Digitalisation, sophisticated terminal operating systems and intermodal capabilities are driving efficiency and boosting relationships between vessels and ports
Port operators are boosting their efficiency with better intermodal capabilities and more sophisticated terminal operating systems.
Italian terminal operator Contship Italia has focused on boosting its efficiency through IT, infrastructure and inland area investment – and underpinning these three strands is its business model, which covers moving the container from port to final destination.
Indeed, its marketing and corporate communications director Daniele Testi said the fact that Contship Italia concentrated not just on the portside operations but on moving the container to its final destination, was a “unique model” in Italy. To this end, the company has its own rail company, locomotives, inland terminals and warehousing.
Contship Italia’s main gateway terminal La Spezia is a good example of the group’s efficiency drive. An important part of the company’s strategy is to boost the quantity of cargo travelling by rail to improve speed of operation and decrease the dwell time of the container. Four TEU per square metre is handled at the port – which Mr Testi said was one of the best results among ports in Europe and Asia.
La Spezia handled 1.3M TEU last year. “We did this with the same space available as 10 years ago, which shows that our productivity is higher,” said Mr Testi.
Last year the port saw a 17% increase in volumes between 2017 and 2016.
The port has reduced dwell time from six days to less than four due to a mix of IT and having an efficient transport system. Crucial to the efficiency of the port is using Contship Italia’s inland depot Melzo in Milan, which is used an “extended quay” of La Spezia. The company has invested more than €40M (US$46M) since 2011, to increase terminal capacity and launch its own rail services including running three trains per day between La Spezia and Melzo allowing 35% of La Spezia’s cargo to be handled by rail, three times more than the average in Italy.
“Melzo will be more and more vital in the future as a main system to move cargo more quickly out of La Spezia”
Mr Testi told Container Shipping & Trade “Because of limited space in La Spezia, we cannot keep export containers there but can move these containers from Melzo to the port, close to the arrival of the vessel. Melzo is used as a buffer to ship cargo.”
He said viewing Melzo as an extension of the port would be “more and more vital in the future as a main system to move cargo more quickly out of La Spezia,” due to the expansion the container terminal is to undergo.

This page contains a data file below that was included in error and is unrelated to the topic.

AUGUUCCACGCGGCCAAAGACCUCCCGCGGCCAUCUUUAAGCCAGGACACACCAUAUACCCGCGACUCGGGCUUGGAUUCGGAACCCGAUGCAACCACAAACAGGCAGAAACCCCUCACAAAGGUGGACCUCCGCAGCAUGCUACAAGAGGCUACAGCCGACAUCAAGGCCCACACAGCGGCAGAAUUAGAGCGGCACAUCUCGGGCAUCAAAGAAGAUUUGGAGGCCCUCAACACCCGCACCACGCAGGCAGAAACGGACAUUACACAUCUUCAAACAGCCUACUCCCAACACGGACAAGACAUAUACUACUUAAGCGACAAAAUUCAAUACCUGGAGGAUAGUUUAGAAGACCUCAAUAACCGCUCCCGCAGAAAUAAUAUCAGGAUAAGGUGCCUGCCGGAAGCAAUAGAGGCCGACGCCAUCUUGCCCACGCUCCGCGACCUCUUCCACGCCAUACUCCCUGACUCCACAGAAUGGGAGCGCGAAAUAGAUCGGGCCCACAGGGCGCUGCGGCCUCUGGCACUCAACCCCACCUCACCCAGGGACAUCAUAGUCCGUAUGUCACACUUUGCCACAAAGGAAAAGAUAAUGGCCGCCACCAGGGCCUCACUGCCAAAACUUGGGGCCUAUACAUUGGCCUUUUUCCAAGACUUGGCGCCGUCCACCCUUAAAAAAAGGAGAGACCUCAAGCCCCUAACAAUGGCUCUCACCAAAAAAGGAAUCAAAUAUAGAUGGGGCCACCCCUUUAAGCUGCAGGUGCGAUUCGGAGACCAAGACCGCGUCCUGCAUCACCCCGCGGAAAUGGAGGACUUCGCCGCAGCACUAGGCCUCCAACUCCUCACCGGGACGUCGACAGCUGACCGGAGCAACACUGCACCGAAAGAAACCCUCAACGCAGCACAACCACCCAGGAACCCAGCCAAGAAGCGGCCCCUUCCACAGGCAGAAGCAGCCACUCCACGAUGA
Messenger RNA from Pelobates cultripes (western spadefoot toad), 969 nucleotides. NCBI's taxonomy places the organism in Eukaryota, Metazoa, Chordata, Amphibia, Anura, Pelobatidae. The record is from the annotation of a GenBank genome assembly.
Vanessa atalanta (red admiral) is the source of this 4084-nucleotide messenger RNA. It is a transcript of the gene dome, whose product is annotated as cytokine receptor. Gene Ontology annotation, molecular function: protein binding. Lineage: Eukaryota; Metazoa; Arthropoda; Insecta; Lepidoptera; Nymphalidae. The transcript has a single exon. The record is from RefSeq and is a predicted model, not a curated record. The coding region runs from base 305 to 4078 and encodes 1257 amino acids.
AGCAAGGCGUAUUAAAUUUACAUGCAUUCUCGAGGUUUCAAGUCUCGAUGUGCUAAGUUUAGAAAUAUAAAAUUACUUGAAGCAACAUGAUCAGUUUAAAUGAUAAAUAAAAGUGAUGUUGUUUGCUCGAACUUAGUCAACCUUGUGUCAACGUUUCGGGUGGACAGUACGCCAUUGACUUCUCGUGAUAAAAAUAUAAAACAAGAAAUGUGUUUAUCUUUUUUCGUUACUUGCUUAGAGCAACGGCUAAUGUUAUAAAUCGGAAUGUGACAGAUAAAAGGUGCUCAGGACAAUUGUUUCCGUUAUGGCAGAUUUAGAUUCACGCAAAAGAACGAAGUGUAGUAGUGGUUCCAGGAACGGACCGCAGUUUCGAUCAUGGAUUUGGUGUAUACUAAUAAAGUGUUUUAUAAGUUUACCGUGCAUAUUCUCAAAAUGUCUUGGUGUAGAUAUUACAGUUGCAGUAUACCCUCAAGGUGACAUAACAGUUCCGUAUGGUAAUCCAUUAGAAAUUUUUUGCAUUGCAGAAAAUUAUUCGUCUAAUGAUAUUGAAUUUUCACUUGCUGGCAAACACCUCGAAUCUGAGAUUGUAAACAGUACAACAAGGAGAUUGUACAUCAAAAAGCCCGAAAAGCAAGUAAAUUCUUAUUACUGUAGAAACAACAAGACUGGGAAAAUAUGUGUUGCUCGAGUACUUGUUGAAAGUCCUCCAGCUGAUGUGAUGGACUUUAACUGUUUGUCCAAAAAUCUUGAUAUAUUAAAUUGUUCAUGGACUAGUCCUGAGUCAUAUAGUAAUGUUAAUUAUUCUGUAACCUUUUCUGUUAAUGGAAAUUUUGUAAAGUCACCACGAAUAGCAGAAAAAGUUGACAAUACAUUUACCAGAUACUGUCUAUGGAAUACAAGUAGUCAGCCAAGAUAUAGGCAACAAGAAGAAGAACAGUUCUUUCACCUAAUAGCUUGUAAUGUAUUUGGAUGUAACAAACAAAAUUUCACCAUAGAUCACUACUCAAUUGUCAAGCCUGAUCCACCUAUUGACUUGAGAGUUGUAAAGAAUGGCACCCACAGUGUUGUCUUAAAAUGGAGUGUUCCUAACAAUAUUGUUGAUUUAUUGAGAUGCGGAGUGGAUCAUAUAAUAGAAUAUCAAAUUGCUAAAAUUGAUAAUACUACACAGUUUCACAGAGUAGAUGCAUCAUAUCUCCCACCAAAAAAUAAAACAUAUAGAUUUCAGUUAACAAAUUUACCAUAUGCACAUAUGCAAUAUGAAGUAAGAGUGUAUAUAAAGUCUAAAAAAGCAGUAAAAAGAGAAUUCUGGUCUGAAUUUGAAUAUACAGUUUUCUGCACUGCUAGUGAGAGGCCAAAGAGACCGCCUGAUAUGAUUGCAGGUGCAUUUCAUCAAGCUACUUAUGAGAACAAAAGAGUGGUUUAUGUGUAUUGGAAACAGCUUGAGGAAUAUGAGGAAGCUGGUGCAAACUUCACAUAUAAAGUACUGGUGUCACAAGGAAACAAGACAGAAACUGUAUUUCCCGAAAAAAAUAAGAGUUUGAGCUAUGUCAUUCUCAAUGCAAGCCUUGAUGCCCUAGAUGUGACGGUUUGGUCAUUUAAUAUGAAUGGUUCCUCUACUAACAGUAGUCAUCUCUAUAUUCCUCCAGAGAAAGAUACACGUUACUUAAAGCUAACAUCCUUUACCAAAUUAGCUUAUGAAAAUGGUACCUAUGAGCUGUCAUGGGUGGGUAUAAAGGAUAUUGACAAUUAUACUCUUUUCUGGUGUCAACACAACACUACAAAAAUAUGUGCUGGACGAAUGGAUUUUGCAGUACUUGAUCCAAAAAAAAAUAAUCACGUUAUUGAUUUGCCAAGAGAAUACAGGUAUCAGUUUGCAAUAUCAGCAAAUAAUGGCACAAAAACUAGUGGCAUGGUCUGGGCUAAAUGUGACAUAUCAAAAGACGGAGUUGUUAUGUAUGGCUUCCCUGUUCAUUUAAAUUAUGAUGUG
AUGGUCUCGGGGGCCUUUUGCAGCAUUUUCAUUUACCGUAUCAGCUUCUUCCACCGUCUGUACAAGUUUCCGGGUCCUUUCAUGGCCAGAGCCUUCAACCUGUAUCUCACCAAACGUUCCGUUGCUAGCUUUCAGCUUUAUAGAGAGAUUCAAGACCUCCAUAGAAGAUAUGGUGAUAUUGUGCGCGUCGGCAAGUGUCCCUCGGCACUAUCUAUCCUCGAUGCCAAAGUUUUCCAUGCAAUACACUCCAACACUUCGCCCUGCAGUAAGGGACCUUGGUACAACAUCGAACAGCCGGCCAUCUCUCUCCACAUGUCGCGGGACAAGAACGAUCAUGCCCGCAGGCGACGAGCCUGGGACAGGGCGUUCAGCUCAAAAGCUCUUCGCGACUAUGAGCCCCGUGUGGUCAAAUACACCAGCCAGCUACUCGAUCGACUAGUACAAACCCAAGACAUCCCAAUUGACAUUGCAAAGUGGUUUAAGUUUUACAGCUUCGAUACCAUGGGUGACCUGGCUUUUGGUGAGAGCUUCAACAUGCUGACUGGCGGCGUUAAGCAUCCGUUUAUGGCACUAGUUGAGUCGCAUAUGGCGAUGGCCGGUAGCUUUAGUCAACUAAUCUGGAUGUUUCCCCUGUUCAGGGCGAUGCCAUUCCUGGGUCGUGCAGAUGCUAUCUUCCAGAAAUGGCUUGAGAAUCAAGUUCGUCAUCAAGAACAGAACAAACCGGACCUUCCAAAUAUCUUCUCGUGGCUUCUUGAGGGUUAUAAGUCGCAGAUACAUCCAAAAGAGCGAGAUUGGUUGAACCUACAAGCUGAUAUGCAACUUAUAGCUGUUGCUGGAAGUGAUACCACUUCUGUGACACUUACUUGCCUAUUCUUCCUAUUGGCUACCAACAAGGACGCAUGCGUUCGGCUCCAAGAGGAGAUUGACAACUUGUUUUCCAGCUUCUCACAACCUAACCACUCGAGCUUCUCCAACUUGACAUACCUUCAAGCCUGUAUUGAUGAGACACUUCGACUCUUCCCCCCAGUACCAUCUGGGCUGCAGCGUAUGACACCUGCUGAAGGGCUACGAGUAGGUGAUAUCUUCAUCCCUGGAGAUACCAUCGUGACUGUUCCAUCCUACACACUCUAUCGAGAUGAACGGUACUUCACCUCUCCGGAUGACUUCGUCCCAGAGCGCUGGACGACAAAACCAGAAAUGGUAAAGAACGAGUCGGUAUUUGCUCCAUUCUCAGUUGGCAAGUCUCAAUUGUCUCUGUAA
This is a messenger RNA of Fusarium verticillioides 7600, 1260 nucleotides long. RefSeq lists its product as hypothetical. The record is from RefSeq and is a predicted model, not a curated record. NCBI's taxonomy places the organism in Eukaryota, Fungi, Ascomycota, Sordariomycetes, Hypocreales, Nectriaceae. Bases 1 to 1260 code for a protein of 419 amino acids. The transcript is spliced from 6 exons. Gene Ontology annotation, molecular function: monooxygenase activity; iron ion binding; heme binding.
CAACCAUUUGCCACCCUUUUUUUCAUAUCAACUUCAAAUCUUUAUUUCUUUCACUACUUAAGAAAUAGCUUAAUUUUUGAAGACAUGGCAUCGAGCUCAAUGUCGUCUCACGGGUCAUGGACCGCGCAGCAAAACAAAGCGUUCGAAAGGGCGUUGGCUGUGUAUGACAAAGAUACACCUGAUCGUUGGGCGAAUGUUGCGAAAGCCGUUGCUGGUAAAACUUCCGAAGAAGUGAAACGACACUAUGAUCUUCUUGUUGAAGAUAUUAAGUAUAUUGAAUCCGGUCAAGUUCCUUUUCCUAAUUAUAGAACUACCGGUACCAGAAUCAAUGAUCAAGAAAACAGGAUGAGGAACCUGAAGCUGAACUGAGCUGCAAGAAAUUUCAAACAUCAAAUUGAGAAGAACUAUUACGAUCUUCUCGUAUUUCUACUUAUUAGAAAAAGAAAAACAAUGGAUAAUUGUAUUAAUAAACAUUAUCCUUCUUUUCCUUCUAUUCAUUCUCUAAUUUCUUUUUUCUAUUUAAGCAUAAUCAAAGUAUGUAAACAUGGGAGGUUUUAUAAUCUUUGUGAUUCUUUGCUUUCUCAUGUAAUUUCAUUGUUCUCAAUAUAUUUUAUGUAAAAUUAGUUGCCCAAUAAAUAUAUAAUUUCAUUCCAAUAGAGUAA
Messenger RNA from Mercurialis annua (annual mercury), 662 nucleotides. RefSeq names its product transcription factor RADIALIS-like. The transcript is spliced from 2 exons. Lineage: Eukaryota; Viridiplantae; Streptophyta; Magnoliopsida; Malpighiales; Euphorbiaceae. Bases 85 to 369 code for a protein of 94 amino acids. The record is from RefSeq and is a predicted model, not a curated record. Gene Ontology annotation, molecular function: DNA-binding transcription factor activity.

Indeed, Contship Italia is investing €200M in La Spezia: its target is to move from a throughput of 1.3M TEU per annum to 2M TEU, and to boost rail use at the port to 50% of its cargo volumes. The aim is to complete phase one by 2020-2022, and the second phase will start from 2020. Five new quays will be constructed, operations will be semi-automated and new quay cranes added.
Contship Italia has expanded its hinterland reach through its intermodal system. It now has one train a day to Basle and Zurich and from September this year three trains a week will travel from La Spezia to Munich, with plans to launch another service to Stuttgart in Germany next year. The port is competing with north European gateways including Rotterdam and Antwerp for cargo to and from these areas.
“Because of our geography and cost competitiveness we think we will attract cargo,” said Mr Testi.
The port operator started serving Switzerland in 2013 with its train to Basle and last year its volumes totalled 12,000 TEU to Switzerland. Now it has launched a service to Zurich, it aims to double these volumes.
Abu Dhabi Ports’ (ADP) flagship terminal, Khalifa Port, was only opened in 2012 and efficiency and technology are top priorities. Khalifa Port is connected to almost 70 international ports.
Abu Dhabi Ports also owns free zone Khalifa Industrial Zone Abu Dhabi, an emerging industrial and logistics hub in the region, which is crucial to the port and also part of ADP’s efficiency drive.
Underpinning all of this is technology and efficiency. ADP chief commercial and strategy officer Ross Thompson explained “If you look at the supply chain industry, there is a huge amount of disruptive technology accelerating towards us at a rapid pace, including automation and robotics; all these things are on our horizon and need to be at the forefront as to how we can apply them to the industry to meet the growing sophistication of our customers.”
He said being a new port gave Khalifa an advantage, as the port operator can “design new assets better than simply trying to change older assets”, as when looking at technology, “starting with a fresh place is sometimes easier”.
Summing up the port’s use of technology, Mr Thompson said “Our strategy will always be to invest in technology which adds value to the customer supply chain and drives economic benefit for ADP and the Abu Dhabi economy.”
When Khalifa Port opened its doors in 2012, it was the first semi-automated terminal in the region. “It was unproven technology at the time, no one knew what effect sun, sand and dust would have on automated equipment, but we have found no impact and are looking at further automation.” Abu Dhabi Ports works with local institutes and universities to look at ways innovation and technology can help the container terminal industry. “We look at how innovation and technology in parallel industries can be applied and adapted to benefit port operations and the supply chain,” said Mr Thompson.
Furthermore, Khalifa’s free zone, integrated with the port, means the port and industrial zone are a “stronger value proposition together”.